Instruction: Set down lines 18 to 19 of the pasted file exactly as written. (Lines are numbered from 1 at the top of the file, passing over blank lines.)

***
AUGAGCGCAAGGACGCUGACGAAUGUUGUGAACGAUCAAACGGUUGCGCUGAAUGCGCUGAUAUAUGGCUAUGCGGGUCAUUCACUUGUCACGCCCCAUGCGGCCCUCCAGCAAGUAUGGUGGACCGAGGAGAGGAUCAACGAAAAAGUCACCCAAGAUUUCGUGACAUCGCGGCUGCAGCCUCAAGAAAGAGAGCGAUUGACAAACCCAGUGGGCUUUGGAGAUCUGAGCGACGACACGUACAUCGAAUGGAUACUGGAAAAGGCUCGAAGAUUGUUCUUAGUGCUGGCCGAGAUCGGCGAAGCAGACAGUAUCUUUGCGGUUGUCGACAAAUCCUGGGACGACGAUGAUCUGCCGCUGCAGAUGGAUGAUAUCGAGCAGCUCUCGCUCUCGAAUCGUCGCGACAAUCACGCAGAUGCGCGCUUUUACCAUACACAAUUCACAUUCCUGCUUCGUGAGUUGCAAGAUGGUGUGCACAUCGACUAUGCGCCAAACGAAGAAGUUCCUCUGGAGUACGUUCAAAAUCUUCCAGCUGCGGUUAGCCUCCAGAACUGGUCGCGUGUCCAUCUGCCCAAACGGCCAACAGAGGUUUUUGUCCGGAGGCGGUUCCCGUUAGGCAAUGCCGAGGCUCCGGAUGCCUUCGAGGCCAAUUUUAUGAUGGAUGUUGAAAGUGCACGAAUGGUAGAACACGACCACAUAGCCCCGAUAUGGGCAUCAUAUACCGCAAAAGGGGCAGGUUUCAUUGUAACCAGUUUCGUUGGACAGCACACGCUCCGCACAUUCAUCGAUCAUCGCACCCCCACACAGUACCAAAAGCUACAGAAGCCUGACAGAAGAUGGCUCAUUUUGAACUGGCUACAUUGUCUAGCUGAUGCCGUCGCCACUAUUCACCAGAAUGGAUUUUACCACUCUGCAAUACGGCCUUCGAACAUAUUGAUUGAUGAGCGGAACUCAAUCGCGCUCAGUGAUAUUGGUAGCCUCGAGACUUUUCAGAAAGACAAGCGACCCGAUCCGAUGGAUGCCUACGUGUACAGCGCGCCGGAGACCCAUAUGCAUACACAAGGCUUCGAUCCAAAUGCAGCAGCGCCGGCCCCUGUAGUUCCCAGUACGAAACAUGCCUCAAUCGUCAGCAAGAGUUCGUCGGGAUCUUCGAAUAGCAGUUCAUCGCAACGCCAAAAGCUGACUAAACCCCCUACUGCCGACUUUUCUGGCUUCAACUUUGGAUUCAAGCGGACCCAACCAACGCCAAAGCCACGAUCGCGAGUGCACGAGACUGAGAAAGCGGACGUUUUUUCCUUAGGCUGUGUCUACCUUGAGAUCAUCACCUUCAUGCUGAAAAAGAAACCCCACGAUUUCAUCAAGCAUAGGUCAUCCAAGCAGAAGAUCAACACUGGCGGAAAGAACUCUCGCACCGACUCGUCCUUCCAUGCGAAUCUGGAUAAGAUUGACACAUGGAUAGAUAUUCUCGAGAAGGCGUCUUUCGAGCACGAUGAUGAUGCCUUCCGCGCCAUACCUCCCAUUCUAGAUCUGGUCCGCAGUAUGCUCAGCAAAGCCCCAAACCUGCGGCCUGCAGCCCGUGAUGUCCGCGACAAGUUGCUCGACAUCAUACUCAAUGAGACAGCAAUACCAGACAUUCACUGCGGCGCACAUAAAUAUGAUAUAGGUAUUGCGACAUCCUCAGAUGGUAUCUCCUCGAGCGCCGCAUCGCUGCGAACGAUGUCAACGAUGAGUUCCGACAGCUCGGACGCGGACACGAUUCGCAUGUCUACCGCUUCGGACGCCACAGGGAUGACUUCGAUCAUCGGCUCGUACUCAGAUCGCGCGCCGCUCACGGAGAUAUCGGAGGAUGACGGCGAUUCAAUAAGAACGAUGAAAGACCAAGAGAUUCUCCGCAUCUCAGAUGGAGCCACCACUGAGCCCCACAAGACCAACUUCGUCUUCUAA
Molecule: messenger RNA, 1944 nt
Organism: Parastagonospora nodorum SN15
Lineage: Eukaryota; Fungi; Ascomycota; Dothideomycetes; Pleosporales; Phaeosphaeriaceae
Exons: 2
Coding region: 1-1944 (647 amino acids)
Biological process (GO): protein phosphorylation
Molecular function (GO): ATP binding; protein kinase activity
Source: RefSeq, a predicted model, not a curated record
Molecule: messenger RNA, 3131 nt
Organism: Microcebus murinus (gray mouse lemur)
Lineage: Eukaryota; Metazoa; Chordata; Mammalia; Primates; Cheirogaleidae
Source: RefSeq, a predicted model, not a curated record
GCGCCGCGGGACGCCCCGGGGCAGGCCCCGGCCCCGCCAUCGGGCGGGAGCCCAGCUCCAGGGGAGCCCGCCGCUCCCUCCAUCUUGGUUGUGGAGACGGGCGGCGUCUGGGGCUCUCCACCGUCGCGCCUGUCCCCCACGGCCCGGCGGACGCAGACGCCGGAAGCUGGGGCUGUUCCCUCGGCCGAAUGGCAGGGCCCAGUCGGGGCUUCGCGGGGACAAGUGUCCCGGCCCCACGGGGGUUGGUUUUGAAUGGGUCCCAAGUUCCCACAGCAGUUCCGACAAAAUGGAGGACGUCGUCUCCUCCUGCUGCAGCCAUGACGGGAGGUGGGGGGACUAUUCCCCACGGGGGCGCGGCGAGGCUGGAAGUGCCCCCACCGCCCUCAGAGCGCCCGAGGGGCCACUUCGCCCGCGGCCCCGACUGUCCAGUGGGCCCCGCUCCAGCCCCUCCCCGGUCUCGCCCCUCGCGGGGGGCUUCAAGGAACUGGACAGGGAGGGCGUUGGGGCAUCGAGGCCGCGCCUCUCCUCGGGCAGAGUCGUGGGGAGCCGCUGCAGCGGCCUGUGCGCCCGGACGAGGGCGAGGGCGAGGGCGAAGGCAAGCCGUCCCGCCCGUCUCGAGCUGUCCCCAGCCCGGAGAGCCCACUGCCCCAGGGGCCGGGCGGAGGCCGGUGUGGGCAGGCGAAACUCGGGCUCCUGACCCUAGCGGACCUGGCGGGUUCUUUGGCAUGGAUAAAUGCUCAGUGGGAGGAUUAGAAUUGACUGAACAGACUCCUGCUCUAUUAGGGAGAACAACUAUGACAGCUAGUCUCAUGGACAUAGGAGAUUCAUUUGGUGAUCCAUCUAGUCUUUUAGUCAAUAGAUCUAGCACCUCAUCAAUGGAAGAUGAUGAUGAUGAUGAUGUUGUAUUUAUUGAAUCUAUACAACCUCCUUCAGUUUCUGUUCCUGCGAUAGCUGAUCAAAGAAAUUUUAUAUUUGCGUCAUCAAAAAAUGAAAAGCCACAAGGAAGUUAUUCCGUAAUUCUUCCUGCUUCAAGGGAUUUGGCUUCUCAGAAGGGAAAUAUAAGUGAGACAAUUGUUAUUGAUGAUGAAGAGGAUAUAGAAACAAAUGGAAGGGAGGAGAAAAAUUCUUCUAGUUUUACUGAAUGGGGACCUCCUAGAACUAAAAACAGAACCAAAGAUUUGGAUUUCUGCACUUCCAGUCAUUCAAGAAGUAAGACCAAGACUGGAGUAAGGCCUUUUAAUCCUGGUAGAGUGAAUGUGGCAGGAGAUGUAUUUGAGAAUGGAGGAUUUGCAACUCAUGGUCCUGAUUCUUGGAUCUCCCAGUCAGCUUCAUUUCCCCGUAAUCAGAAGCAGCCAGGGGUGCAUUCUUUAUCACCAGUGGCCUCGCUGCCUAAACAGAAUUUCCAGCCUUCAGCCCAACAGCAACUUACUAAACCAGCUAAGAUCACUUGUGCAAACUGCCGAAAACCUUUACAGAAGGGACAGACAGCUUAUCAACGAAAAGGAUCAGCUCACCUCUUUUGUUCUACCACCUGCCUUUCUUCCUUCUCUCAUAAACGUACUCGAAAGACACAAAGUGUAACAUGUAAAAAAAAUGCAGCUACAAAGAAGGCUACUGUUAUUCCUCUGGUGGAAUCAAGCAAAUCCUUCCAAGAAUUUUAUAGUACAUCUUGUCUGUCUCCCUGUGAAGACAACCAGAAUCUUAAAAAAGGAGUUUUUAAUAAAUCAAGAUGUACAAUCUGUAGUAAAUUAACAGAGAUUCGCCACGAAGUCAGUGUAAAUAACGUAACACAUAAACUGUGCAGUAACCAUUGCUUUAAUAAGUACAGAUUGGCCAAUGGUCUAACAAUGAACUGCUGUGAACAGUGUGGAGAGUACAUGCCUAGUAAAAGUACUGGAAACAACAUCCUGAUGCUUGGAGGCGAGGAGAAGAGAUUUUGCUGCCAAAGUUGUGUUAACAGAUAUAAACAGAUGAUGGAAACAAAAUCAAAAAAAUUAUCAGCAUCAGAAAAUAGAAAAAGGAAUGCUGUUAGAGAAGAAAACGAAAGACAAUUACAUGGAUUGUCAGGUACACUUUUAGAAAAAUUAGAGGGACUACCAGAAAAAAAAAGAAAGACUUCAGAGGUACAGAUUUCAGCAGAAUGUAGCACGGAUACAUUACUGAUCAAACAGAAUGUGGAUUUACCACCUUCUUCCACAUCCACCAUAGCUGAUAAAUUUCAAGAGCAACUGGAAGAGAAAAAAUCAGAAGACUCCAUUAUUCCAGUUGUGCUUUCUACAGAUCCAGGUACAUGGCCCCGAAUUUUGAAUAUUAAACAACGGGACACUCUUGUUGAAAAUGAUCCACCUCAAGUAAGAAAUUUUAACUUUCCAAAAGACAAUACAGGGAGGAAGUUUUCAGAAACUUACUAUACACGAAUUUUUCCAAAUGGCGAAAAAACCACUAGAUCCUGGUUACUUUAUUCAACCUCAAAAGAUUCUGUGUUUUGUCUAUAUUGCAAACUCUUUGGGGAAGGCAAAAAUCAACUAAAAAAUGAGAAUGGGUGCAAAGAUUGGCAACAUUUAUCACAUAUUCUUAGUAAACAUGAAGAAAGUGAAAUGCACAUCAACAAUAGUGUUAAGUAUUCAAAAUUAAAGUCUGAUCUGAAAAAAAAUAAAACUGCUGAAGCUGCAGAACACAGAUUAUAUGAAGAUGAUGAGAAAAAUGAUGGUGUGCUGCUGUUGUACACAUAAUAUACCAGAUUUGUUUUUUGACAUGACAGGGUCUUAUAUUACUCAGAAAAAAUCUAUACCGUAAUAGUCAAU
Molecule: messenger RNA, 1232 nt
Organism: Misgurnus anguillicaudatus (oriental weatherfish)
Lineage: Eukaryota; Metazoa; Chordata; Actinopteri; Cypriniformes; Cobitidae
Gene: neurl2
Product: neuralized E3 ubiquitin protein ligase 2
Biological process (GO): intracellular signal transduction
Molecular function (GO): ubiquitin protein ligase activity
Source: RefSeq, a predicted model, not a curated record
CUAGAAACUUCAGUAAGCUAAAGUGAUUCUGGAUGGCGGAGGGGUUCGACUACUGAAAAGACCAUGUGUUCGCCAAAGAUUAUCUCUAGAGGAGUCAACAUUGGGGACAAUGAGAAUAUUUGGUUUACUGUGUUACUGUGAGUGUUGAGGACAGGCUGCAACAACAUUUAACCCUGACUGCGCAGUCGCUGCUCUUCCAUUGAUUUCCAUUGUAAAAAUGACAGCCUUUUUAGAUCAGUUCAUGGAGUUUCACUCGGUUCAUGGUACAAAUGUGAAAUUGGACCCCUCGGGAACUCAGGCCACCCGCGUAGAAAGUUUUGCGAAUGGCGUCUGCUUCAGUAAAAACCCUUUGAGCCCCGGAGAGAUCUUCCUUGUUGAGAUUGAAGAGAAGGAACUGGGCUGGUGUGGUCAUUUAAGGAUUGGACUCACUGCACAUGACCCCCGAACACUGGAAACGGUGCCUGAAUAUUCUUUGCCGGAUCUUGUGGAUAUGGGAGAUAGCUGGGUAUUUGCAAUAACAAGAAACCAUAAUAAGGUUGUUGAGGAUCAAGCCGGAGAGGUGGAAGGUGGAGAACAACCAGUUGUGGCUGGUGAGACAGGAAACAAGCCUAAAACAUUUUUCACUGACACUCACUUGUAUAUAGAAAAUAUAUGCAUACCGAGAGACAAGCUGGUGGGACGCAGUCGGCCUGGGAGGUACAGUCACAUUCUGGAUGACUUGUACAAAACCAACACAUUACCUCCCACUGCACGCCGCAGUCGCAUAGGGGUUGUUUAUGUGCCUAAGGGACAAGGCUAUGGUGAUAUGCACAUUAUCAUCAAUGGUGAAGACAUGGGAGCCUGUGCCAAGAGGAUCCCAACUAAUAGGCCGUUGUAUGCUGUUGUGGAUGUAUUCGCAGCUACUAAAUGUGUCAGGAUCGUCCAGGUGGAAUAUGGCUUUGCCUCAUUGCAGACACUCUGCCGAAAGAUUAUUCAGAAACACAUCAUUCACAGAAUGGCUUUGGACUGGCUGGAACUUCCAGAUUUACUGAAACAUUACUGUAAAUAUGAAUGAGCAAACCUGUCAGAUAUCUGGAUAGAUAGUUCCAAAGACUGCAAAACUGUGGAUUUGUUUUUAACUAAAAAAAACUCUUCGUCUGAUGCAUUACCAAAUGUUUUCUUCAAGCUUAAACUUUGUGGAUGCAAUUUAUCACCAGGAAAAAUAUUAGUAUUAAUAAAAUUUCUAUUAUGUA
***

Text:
Gene: neurl2
Product: neuralized E3 ubiquitin protein ligase 2